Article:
VB6 Skills are Soon to Be History

By having a Java/C#/J# clue, developers will armed and dangerous in any .NET discussion, or any .NET classroom. They will have insightful questions, they will challenge the instructor’s premises, and they will demand more from any so-called .NET “education” event they attend. They will shine in any interview. Developers, quite simply, are facing an enormous learning curve.

How Should Developers Plan?

No self-respecting software developer actually wants to attend a VB.NET training course as a passive spectator. To participate actively in a real discussion about VB.NET, you must enter the discussion with more than just an object-oriented/Java/C# clue. Real knowledge of object oriented languages is going to be required in the new world.

Prediction #1: If VB programmers don’t start addressing deficiencies in their skill-sets by the 4Q2002 they will be positioning for failure and a dead-ended career. Any new .NET programming positions will most likely go to Java and C++ developers with short-term maintenance roles going to the VB-only developer. There is little for the VB-only developer in the new world, except for maintenance and a role in application support—not development.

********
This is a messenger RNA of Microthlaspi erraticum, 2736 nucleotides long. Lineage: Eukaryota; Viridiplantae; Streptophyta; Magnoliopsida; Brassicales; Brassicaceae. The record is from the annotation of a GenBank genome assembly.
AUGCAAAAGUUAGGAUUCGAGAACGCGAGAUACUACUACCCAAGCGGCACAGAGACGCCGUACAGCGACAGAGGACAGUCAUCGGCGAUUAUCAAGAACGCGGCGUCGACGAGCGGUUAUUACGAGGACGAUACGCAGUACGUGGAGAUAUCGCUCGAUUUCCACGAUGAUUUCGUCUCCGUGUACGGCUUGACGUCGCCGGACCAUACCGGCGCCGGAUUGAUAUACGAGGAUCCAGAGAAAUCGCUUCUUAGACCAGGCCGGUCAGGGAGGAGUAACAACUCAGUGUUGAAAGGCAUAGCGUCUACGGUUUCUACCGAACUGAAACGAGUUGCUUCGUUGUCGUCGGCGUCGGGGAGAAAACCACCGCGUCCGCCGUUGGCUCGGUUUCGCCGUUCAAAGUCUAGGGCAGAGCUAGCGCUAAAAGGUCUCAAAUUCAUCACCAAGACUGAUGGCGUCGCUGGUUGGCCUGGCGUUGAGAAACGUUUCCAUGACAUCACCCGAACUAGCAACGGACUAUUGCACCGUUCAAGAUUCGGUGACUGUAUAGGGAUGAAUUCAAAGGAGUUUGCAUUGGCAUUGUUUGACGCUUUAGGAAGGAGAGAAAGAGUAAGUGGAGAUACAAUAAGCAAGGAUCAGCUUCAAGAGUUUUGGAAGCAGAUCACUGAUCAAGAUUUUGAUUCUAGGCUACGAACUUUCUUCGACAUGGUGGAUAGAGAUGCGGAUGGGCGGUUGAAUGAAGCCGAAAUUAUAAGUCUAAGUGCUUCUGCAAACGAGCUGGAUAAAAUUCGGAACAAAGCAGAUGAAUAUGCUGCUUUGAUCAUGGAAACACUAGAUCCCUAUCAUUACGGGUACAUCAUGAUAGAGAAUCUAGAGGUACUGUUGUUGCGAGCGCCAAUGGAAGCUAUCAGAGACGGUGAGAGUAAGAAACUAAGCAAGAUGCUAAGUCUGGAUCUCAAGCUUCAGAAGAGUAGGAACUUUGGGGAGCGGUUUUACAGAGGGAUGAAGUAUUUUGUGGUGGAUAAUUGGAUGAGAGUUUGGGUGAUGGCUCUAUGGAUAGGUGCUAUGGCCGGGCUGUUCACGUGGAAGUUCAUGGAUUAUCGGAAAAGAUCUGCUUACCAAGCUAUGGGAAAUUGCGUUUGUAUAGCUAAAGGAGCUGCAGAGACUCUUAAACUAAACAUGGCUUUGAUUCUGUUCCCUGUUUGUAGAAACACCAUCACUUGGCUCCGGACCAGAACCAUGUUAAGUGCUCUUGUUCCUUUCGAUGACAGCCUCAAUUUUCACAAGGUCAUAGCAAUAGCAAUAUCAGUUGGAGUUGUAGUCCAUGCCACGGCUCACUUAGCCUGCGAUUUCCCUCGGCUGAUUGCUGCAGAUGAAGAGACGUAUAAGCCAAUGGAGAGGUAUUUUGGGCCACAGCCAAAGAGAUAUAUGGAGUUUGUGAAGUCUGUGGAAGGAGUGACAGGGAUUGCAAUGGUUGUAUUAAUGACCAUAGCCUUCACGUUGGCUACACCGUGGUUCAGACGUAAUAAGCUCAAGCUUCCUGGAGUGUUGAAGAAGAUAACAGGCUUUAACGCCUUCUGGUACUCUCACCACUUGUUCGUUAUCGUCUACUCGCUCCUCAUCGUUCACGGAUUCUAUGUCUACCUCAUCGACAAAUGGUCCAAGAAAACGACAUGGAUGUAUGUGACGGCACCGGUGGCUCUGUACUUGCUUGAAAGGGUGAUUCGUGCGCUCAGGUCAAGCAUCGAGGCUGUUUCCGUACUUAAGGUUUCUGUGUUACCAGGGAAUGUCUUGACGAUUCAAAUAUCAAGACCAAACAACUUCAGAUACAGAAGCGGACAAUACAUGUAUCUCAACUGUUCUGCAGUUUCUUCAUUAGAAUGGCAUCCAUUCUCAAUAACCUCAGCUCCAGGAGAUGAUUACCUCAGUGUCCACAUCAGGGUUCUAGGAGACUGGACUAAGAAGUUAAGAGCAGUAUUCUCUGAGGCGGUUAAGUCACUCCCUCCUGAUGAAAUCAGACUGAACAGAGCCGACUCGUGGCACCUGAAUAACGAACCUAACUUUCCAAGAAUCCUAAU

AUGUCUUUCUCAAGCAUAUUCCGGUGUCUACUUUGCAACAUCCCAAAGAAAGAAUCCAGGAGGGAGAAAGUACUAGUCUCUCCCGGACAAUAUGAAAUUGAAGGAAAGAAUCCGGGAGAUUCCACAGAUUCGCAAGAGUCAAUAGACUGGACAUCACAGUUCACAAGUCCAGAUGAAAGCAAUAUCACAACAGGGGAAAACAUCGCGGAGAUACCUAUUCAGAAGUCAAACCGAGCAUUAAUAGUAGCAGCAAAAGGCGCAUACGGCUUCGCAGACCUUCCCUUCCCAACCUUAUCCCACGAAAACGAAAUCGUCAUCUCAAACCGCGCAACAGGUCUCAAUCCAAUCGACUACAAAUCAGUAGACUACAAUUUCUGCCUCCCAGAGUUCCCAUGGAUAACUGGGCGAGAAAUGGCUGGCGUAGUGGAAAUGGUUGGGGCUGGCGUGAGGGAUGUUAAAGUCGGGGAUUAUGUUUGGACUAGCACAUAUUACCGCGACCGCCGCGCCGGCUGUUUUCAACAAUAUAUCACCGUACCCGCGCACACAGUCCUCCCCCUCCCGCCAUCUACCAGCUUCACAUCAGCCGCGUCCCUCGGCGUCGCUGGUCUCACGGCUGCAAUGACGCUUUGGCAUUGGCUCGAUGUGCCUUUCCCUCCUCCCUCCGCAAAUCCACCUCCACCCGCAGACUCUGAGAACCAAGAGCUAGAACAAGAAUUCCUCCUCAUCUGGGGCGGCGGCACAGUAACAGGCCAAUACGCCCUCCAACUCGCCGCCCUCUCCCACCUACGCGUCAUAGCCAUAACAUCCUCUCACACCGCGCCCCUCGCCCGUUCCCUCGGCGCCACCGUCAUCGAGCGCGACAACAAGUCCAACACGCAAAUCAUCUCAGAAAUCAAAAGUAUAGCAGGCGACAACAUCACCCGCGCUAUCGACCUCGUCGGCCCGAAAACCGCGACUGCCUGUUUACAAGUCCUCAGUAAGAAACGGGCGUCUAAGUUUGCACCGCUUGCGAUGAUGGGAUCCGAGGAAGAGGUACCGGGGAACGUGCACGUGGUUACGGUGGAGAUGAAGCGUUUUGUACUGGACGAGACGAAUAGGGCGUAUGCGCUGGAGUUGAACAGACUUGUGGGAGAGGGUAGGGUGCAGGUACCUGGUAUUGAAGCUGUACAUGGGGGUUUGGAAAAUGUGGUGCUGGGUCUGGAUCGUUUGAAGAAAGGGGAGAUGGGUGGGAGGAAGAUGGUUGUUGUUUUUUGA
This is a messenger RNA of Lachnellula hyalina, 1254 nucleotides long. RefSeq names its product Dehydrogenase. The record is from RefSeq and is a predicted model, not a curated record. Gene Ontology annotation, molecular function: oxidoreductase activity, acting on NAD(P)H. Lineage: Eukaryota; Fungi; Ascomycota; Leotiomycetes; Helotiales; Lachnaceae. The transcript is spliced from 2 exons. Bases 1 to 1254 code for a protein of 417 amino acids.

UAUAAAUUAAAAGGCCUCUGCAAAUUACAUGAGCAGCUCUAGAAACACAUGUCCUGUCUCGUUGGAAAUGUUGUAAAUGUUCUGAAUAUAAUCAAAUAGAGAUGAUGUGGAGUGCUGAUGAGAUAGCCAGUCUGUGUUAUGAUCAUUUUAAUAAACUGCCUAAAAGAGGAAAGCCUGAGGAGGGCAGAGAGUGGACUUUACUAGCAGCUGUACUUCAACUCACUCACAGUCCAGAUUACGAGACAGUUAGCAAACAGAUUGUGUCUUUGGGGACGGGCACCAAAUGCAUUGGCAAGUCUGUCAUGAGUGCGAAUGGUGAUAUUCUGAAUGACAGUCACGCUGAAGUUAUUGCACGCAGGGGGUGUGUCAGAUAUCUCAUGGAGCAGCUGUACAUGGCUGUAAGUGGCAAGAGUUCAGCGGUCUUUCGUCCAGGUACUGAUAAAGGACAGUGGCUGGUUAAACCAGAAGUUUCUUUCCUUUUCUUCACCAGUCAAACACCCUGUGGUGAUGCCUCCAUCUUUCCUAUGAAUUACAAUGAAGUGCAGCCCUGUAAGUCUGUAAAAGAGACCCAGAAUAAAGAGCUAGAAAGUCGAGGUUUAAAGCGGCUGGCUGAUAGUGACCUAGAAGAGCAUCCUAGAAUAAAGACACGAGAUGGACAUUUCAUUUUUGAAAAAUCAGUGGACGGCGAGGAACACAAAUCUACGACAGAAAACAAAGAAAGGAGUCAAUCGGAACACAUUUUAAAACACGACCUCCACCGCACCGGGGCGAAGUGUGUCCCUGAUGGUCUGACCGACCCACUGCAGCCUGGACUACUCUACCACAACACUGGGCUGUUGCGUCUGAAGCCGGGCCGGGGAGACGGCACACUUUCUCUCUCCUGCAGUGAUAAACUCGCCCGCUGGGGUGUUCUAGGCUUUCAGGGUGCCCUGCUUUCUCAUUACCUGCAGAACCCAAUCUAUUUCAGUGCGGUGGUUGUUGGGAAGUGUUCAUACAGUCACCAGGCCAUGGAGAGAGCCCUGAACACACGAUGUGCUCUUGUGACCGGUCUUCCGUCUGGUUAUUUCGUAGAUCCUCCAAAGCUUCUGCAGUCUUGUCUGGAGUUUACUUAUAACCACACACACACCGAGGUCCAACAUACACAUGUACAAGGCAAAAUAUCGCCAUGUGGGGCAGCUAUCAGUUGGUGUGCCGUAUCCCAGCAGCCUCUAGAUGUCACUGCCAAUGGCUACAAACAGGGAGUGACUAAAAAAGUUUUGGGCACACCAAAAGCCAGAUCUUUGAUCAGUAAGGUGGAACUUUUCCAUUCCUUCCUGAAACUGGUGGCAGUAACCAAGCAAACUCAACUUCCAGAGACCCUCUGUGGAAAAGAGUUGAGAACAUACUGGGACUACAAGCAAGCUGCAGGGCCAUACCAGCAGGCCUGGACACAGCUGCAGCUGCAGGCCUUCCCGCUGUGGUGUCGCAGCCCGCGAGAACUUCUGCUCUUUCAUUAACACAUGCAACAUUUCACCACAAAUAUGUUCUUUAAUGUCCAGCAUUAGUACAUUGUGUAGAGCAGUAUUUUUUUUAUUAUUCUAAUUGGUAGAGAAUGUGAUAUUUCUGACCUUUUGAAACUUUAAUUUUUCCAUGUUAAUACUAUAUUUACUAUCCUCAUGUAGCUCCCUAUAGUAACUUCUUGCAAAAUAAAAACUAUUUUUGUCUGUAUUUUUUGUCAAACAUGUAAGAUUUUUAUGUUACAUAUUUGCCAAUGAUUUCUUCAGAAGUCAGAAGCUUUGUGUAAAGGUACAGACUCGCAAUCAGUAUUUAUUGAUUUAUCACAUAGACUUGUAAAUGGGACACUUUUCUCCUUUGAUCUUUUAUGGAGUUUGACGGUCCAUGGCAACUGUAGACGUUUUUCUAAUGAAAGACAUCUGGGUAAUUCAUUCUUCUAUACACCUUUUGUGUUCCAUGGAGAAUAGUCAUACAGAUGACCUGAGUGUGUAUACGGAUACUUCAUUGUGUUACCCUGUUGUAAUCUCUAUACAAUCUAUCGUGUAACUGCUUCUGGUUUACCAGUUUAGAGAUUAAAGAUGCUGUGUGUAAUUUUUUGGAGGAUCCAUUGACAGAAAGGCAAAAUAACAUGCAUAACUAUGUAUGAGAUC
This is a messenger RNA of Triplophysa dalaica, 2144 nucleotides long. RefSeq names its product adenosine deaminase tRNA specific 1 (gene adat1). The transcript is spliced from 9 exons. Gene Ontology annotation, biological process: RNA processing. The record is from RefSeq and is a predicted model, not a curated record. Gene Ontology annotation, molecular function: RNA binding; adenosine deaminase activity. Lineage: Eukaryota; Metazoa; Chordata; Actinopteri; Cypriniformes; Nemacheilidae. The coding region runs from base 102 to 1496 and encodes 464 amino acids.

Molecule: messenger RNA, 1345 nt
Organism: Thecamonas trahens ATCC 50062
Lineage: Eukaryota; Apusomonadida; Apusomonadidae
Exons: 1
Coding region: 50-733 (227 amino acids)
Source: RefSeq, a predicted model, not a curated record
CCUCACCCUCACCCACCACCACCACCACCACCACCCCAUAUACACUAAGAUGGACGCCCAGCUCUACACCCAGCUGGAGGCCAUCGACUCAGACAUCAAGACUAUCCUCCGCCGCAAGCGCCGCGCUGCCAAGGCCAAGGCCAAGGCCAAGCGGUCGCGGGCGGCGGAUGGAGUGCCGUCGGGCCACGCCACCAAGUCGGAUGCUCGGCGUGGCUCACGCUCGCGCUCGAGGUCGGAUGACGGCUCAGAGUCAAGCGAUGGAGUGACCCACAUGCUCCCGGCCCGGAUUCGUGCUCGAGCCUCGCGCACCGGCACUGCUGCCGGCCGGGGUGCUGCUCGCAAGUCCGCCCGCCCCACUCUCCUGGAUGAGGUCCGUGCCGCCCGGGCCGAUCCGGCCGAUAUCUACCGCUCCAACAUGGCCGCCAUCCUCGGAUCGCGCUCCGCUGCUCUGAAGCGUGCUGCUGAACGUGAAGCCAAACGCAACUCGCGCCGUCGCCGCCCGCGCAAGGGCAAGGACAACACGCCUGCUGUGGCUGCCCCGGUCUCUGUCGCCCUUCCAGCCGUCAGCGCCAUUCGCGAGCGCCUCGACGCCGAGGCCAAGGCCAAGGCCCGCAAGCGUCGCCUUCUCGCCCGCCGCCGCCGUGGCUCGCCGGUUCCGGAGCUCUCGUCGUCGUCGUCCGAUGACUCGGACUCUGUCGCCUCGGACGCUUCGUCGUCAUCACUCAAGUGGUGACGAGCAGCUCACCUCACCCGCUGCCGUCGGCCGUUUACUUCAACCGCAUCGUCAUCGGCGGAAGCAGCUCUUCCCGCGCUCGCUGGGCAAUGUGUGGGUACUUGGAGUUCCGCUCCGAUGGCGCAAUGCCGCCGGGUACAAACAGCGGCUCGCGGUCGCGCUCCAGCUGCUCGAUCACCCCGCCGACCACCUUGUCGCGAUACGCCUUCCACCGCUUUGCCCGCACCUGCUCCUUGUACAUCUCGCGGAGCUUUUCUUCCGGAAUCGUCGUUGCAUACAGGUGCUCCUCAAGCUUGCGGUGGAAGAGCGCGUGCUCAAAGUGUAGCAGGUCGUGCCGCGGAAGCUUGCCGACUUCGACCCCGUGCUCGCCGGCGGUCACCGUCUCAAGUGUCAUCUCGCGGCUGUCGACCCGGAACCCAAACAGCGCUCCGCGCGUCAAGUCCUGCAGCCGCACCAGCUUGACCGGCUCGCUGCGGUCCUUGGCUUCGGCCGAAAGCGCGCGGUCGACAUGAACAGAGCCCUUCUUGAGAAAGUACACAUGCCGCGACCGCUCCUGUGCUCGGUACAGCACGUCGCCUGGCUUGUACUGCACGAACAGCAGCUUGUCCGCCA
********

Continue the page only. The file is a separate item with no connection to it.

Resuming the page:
Prediction #2: If VB-only IT shops try to develop .NET applications without truly understanding such topics as free threading, inheritance, overloading, etc, then they run a serious risk of failed .NET projects and/or apps that are nearly impossible to maintain over the long haul.

Prediction #3: Smart developers will kick the tires on J2EE and Java, pronto. This move positions them to speak with authority at any seminar, discussion, or key technical interview. Being able to compare and contrast J2EE and .NET is a mandatory communication skill in the new world order of software development.

Prediction #4: Developers will embrace Web Services—regardless of platform-- instantly. Web Services is the junction point where key platforms (J2EE and .NET) have the most overlap. Accordingly, developers should focus all study on Web Services knowledge and skills regardless of subject platform. This is a leveraged use of time that will do more to position developer skills than any other domain of study with respect to platforms and tools.

Related Articles: Microsoft .NET vs. J2EE: How Do They Stack Up?, Compare Microsoft .NET to J2EE Technology